So-called Roth Solo 401(k) plans are becoming more popular. The reason I say “so-called” is that it really a marketing term that seems to suggest that it is a “different” or “special” type of 401(k) plan. The promoters often suggest that they “have” this new plan. Is the plan “different”….well, yes. “Special”…definitely. But, it is “different” and “special” because of what they allow you to do, not that it is a “new” type of 401(k) plan.
Bottom line: work with a self-directed 401(k) company that can prepare your plan documents to permit this option. Believe it or not, while the ability to make Roth contributions has been around for nearly 10 years, there are companies who do not have the option or choose not to make it available as part of their plan documents. You, as the Trustee of the plan, can certainly include this as an option. And, while we are the subject of Roth contributions, in my humble opinion, including this option should not need to cost you additional fees. You may be surprised that some self-directed companies charge you an additional fee to establish the plan with the Roth contribution options. Why is there a fee? Good question. There is little additional work to include Roth contributions as a plan option. So, why the additional fee?
What is a Roth Solo 401(k)?
Provided your plan documents permit, the participant can make elective deferral contributions to their Solo 401(k) plan. These elective deferrals can be made in both a pre-tax and/or Roth (after-tax) basis. In fact, your plan documents can be designed to permit Roth conversions of pre-taxed funds within the plan as well.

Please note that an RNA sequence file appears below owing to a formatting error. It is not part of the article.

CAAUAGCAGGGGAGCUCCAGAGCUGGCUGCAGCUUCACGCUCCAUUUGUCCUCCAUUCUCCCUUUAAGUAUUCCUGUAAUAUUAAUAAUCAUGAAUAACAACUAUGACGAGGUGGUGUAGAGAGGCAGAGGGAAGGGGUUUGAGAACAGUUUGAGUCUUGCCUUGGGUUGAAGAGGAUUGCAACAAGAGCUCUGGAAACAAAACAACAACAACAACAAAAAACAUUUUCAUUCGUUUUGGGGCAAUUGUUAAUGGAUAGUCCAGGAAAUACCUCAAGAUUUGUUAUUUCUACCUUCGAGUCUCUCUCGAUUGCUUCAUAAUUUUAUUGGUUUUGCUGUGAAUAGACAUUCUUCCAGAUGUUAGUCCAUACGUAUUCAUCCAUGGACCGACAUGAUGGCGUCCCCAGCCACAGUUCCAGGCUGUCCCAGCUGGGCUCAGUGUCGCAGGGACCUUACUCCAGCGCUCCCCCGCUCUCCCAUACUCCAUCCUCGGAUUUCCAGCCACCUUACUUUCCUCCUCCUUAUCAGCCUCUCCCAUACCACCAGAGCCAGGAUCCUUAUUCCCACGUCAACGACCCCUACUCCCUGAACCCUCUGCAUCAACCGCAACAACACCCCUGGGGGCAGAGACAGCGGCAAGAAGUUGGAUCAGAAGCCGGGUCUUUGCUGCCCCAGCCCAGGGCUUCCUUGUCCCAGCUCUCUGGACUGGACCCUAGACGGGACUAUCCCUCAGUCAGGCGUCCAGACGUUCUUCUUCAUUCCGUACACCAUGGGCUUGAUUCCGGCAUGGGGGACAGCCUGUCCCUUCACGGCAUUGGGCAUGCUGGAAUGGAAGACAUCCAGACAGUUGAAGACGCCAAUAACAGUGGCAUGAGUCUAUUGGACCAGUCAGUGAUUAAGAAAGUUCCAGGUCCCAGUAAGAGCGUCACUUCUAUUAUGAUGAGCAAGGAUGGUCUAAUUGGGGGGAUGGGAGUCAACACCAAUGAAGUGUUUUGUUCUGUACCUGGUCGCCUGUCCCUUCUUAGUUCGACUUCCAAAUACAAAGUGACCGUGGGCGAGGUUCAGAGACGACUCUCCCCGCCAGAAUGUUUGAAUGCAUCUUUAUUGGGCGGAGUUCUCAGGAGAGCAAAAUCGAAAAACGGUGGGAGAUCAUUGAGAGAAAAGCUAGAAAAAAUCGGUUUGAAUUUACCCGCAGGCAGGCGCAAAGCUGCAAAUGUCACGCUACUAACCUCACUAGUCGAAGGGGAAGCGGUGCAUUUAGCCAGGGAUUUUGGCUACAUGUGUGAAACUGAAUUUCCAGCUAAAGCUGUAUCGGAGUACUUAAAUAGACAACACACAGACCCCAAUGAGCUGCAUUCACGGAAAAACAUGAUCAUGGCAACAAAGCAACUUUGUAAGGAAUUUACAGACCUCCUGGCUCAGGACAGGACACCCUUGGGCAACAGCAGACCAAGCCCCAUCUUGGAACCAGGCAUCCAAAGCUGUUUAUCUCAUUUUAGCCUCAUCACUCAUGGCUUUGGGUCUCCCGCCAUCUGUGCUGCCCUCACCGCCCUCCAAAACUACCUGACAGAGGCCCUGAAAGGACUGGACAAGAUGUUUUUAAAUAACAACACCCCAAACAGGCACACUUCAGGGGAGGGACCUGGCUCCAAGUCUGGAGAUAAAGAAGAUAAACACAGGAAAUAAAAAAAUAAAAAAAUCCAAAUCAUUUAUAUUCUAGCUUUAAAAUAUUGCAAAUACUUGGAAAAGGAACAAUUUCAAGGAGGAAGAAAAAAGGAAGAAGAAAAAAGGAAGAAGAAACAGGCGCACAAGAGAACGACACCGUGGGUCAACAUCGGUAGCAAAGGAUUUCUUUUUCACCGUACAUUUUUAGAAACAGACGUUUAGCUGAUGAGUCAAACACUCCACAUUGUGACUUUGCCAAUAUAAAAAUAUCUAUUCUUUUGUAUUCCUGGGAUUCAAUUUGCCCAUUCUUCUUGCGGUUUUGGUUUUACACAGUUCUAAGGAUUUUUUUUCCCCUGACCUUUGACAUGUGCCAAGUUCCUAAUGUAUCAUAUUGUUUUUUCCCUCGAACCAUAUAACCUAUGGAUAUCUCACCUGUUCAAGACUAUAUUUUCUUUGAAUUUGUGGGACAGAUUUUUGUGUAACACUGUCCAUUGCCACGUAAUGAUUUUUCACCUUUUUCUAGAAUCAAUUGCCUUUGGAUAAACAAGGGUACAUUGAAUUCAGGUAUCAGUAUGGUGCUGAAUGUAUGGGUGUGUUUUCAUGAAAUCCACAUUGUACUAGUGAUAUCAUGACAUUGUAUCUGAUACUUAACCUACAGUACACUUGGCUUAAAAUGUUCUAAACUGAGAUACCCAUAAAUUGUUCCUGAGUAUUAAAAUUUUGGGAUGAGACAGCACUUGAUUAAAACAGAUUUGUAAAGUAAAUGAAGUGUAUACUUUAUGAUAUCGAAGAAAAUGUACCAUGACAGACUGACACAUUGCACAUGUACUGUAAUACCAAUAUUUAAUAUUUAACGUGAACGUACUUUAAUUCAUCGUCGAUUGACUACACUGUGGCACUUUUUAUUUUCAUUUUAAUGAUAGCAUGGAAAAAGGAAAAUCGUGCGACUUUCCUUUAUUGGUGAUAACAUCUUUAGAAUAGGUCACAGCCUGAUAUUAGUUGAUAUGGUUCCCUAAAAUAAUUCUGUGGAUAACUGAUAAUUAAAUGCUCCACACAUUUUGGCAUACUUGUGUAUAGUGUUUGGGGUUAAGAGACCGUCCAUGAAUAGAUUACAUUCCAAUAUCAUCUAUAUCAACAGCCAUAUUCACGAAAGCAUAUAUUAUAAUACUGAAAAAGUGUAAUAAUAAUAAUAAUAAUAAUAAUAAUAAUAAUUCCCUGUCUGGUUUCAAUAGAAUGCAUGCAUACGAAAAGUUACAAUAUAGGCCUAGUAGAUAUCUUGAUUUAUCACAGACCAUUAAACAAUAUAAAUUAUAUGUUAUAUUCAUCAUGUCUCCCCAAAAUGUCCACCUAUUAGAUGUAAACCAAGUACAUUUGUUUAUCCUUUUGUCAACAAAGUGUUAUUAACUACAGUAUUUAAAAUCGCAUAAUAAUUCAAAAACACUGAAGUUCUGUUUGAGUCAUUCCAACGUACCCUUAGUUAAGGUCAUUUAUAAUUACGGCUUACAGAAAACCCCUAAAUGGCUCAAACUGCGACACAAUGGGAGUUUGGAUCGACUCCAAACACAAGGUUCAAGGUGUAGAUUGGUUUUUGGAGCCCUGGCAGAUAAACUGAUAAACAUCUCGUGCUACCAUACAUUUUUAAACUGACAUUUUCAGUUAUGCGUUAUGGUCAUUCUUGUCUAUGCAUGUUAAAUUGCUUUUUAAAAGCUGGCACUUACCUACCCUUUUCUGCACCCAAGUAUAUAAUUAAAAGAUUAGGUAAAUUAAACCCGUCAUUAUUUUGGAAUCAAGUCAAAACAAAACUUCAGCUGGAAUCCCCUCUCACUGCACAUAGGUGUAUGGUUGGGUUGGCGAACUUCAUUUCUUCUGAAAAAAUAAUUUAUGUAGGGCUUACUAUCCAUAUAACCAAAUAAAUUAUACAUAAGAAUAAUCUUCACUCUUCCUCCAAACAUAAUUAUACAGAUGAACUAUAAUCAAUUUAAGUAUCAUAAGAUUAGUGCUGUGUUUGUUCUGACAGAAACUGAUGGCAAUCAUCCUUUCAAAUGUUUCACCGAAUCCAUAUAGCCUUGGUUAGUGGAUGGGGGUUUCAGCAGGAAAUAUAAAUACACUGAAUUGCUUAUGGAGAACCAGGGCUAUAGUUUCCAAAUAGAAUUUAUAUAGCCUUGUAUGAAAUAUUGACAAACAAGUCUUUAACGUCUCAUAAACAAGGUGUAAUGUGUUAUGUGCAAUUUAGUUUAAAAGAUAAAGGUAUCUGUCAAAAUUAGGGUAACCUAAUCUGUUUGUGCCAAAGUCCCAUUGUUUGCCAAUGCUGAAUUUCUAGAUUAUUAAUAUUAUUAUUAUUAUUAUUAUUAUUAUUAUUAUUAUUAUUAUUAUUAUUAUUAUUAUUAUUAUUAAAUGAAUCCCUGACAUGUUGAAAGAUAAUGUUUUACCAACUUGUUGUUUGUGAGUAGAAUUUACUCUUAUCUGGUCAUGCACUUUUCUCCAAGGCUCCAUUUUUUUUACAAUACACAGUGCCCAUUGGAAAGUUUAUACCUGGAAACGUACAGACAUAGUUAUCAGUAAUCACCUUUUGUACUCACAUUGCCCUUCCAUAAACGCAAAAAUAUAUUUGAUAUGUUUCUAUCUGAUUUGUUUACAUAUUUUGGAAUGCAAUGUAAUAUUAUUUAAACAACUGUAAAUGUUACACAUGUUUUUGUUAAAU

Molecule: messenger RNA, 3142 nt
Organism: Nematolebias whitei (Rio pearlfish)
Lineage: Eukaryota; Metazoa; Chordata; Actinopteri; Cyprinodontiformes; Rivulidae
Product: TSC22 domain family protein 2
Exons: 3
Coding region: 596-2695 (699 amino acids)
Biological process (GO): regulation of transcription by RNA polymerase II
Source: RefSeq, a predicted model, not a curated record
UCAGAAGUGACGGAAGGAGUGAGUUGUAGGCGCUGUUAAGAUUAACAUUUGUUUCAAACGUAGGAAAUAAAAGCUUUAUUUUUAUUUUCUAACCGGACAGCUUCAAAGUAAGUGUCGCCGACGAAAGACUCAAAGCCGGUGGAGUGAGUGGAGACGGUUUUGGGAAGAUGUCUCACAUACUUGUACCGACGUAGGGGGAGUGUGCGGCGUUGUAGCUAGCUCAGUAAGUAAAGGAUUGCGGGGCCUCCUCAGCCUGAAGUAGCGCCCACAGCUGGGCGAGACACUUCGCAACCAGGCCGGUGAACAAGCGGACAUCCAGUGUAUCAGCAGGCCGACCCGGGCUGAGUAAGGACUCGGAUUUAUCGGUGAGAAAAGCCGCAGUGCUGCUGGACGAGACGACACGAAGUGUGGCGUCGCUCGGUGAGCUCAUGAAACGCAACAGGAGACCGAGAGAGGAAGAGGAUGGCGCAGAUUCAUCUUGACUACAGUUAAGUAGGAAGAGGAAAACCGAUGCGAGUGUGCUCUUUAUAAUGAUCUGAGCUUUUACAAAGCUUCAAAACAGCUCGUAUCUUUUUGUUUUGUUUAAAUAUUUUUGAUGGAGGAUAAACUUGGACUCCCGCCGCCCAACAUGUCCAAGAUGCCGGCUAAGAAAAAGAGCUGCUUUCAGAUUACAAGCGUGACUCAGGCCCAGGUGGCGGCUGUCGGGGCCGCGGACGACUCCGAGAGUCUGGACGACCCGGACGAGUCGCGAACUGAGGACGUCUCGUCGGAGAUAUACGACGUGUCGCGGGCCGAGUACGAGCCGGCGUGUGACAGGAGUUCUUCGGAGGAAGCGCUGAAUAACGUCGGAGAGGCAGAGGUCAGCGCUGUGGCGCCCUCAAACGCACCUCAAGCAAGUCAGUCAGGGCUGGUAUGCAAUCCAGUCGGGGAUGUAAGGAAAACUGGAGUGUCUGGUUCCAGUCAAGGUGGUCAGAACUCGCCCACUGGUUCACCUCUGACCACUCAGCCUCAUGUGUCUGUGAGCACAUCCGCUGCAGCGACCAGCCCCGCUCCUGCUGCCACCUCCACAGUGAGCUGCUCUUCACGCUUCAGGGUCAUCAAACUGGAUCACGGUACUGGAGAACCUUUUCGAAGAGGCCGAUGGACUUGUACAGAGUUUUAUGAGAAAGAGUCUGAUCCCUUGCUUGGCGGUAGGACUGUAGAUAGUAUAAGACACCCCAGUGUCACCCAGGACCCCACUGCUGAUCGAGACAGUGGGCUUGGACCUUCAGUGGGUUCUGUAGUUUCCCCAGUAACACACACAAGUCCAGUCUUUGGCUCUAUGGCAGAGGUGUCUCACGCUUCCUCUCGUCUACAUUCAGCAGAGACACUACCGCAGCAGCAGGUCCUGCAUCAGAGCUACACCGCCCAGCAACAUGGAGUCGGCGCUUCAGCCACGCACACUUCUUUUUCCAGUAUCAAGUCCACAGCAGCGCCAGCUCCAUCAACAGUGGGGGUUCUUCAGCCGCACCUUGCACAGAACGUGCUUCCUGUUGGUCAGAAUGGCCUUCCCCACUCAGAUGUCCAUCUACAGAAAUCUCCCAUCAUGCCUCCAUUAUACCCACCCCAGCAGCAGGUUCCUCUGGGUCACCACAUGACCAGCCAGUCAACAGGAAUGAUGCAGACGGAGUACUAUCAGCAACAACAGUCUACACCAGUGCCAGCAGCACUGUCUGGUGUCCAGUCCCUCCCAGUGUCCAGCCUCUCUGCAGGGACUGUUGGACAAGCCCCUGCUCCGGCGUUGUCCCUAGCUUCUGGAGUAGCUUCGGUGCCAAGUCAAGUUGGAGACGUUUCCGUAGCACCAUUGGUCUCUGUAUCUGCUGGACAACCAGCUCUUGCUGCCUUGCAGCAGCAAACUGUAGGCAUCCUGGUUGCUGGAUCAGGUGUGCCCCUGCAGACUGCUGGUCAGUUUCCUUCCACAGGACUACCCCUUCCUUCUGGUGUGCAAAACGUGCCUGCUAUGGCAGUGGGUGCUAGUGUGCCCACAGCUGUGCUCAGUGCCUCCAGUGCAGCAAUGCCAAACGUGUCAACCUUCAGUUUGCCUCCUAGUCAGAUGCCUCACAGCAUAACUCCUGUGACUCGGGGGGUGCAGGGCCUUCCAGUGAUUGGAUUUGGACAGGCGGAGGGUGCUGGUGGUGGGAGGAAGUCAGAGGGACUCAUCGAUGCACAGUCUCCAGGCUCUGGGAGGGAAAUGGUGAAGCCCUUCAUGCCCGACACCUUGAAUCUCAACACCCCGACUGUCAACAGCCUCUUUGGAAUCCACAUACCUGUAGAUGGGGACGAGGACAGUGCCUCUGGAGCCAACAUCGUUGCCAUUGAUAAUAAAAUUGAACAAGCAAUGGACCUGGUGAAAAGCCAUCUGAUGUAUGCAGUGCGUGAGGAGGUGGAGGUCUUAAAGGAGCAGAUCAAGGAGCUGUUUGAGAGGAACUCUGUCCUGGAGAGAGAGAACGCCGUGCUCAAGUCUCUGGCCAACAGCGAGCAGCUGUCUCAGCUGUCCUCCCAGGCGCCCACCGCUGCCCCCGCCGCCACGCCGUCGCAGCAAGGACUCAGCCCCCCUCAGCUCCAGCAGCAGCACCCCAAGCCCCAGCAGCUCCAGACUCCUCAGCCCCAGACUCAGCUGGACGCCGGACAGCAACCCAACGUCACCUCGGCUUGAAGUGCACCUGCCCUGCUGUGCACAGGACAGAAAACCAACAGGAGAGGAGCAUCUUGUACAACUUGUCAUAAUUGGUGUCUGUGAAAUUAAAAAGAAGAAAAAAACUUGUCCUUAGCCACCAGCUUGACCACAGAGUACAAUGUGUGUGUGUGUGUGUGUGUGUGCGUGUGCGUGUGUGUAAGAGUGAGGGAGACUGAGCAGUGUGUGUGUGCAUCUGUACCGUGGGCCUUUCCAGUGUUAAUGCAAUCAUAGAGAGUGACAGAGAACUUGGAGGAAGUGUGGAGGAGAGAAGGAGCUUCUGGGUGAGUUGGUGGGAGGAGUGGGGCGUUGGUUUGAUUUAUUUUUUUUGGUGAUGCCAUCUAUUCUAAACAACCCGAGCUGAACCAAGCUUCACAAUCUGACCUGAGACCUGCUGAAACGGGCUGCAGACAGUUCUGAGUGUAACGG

Roth contributions for the self-employed individual come from self-employment earning. Under 2015 IRS regulations, an individual under the age of 50 can make elective deferrals in the amount of $18,000, while an individual over the age of 50 can make elective deferrals up to $24,000 (which includes the $6,000 “catch-up” contribution). These heightened amounts are certainly more advantageous to the qualified Solo 401(k) candidate than the Roth contribution limits of a Roth IRA ($5,500/under the age of 50 and $6,500/over the age of 50). And, it is certainly more advantageous than the SEP-IRA which does not permit Roth contributions.
Solo 401(k) Plan Design
Since your plan can be designed to permit Roth contributions, you merely need to work with a plan document sponsor which will design your plan documents accordingly. And, it is very important that, as Trustee, it is vital that you comply with IRS requirements and keep Roth funds in a separate Roth-designated account within the 401(k) plan.
Keep in mind that an IRA Services Solo 401(k) will be: